After the Campbells of Glenorchy came into Morenish, Edramucky was feued' out to one of their own name, whose family continued in possession down to the last century. The feu-right was apparently re-purchased, as they latterly held the subjects in wadset. In 1630, James Campbell was feuar of Edramucky. In 1637, John Campbell, designated of Edramucky (although a James appears again in 1643), anc* his son, Patrick, purchased, from Sir James Campbell, of Lawers, and his son, Mungo, the forty-shilling land of Easter Shian, under the reservation of the holding called Croftmacjock. Towards the end of that century, Duncan of Edramucky, and his son, Colin, got wadsets of Rynachulig and Blarliaragan, and Easter Ardchyle was acquired in a similar manner, by James, another son of Duncan. They also held Easter Kenknock, first in feu and afterwards in wadset. Colin, born 1692, had a son, Duncan, vwho married Anna Campbell, daughter of the Rev. Patrick Campbell, minister of Kenmore, and who continued in Edramucky and Easter Kenknock; and it was this Duncan who is believed to have murdered Sir James Campbell, of Lawers, at Greenock, on 22nd April, 1723. They had been drinking together the previous evening, and parted apparently in good friendship, intending to meet again on the morrow to cross over to Dumbarton, and proceed homeward. In the morning Lawers was discovered dead in bed with two bullet wounds in his head. Edramucky was nowhere to be found, and as it was ascertained that he had, a day or two before, purchased ammunition for a pistol, suspicion at once rested on him, and a warrant was issued for his apprehension. If he was ever captured, there is no account of him standing his trial. His family remained at Edramucky till about 1736, when Mrs. Campbell—or Lady Edramucky as she was called—removed to a holding in Easter Stix, which, prior to her entry had been tenanted by Duncan Campbell, brother of John Campbell, laird of Duneaves. Easter Stix then belonged to Menzies, of Culdares.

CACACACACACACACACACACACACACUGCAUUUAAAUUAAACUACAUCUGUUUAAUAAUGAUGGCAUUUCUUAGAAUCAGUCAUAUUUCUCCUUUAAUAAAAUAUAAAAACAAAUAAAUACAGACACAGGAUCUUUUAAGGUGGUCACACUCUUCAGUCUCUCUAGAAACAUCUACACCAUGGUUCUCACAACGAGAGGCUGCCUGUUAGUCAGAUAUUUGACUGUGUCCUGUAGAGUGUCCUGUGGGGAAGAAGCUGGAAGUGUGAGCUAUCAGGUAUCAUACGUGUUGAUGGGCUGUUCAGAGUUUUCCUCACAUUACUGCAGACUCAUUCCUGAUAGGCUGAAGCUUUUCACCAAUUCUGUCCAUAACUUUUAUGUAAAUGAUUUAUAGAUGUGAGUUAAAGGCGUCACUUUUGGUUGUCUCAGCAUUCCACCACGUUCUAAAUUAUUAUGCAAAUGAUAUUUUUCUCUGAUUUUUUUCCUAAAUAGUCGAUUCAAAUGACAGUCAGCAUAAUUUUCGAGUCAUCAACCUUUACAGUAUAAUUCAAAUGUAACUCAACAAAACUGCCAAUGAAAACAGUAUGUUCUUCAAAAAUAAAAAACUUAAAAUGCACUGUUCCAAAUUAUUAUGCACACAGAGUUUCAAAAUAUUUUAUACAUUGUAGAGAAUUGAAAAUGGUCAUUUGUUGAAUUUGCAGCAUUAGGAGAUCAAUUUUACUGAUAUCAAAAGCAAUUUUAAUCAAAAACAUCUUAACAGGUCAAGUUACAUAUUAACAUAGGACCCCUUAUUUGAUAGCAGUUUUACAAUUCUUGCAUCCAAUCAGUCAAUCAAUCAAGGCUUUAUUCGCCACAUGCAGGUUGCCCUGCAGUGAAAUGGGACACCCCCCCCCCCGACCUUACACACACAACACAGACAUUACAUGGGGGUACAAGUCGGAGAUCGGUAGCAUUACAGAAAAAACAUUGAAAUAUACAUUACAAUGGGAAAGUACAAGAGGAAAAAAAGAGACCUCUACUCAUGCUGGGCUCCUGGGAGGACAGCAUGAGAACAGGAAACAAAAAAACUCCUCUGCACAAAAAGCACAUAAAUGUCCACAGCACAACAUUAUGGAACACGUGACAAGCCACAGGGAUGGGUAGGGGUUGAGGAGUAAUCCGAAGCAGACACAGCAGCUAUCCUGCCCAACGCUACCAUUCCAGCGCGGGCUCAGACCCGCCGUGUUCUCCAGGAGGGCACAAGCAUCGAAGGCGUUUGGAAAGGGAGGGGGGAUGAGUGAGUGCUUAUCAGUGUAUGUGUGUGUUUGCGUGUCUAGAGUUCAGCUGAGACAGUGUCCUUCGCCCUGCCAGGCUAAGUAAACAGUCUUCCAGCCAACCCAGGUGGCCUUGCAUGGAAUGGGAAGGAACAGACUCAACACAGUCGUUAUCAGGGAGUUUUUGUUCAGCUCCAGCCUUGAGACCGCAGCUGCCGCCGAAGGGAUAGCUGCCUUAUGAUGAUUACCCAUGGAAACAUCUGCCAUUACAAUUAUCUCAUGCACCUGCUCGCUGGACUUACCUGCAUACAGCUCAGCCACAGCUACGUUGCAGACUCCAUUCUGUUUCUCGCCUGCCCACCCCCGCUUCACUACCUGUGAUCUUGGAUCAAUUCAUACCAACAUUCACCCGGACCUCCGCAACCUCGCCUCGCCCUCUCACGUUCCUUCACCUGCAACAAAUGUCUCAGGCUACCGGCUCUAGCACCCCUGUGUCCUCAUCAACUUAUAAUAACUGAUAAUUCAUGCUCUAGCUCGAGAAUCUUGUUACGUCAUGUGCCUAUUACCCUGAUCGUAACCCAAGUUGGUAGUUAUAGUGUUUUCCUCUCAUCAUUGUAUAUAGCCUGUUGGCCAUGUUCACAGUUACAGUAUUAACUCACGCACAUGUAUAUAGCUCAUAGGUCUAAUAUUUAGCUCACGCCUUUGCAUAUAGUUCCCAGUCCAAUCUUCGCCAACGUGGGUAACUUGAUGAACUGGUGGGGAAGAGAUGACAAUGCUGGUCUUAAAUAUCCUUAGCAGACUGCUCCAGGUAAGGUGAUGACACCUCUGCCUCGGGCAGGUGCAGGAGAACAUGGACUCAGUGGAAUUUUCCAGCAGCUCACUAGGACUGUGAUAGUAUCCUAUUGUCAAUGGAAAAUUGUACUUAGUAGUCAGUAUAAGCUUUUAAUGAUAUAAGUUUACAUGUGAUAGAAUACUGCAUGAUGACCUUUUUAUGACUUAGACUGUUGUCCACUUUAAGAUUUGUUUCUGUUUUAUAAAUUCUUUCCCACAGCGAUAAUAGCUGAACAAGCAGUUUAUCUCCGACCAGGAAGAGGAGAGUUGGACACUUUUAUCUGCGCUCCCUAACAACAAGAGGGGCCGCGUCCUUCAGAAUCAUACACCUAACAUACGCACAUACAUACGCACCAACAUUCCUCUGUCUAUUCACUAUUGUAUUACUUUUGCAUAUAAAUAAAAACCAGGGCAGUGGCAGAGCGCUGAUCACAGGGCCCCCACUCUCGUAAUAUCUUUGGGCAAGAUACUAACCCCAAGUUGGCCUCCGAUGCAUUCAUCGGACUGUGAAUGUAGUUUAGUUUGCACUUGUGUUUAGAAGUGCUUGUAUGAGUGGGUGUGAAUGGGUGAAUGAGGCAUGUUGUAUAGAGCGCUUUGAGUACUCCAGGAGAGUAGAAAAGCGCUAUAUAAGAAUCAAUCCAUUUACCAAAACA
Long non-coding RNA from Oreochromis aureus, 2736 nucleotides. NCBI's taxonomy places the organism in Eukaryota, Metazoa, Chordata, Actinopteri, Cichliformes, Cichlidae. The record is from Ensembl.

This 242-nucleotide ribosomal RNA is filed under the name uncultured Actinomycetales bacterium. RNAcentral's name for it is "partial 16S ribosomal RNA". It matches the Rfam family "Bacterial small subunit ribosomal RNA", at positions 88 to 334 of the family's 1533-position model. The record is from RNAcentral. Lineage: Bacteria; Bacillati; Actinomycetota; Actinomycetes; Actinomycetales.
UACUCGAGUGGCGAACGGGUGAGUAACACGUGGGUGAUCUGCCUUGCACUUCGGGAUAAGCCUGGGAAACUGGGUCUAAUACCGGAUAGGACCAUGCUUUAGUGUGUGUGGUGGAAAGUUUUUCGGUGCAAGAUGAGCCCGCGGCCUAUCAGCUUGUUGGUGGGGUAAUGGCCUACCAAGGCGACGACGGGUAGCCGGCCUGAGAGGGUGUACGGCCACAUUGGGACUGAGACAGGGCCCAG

Morenish was divided into the following lands :—Edramucky, Rynachulig, Blarliaragan, Tomachrocher, Ballemore MacGrigor, and Ardmoyle, each being five-merk land. The last named was sub-divided into Marginluig and Margintuim of Ardmoyle, each one-merk land, and Ardmoyle proper, three-merk land. Blarliaragan and part of Tomachrocher are now known as the Morenish Crofts, and the lands to the west of these are comprised in one holding—the farm of Morenish—so that the old names of these places are almost obsolete. A walled enclosure at the southern end of Ardmoyle, close to the lochside, keeps sacred the district’s dead. It is called in Gaelic, Cladh Dabhi, and is also known as having, upon Monday morning, the 22nd April last, barbarously murdered James Campbell, of Lawers, while in bed and fast asleep at Greenock ; and whereas there is a warrant obtained from the Right Honourable the Lord Justice-Clerk, direct to all the Sheriffs, Stewarts of Stewartries, Baillies of Regalities, and their respective Deputes, Justices of the Peace, Magistrates of Burghs, Macers of the Court of Justiciary, all Constables and Messengers-at-Arms within Scotland, for searching, seizing, apprehending, detaining, and imprisoning the Person of the said Duncan Campbel, ay and while he be brought to Trial fore the foresaid crime, upon the Application of the Honourable Colonel James Campbel, of the Royal North-British Dragoons ; and for the further encouraging the apprehending of the Person of the said Duncan Campbel, the said Colonel James Campbel offers and promises a Premium of One Hundred Guineas, to be paid by him to any Person or Persons that shall apprehend the Person of the said Duncan Campbel, and imprison him within any sure Tolbooth, so as he may be brought to Justice for the foresaid Crime.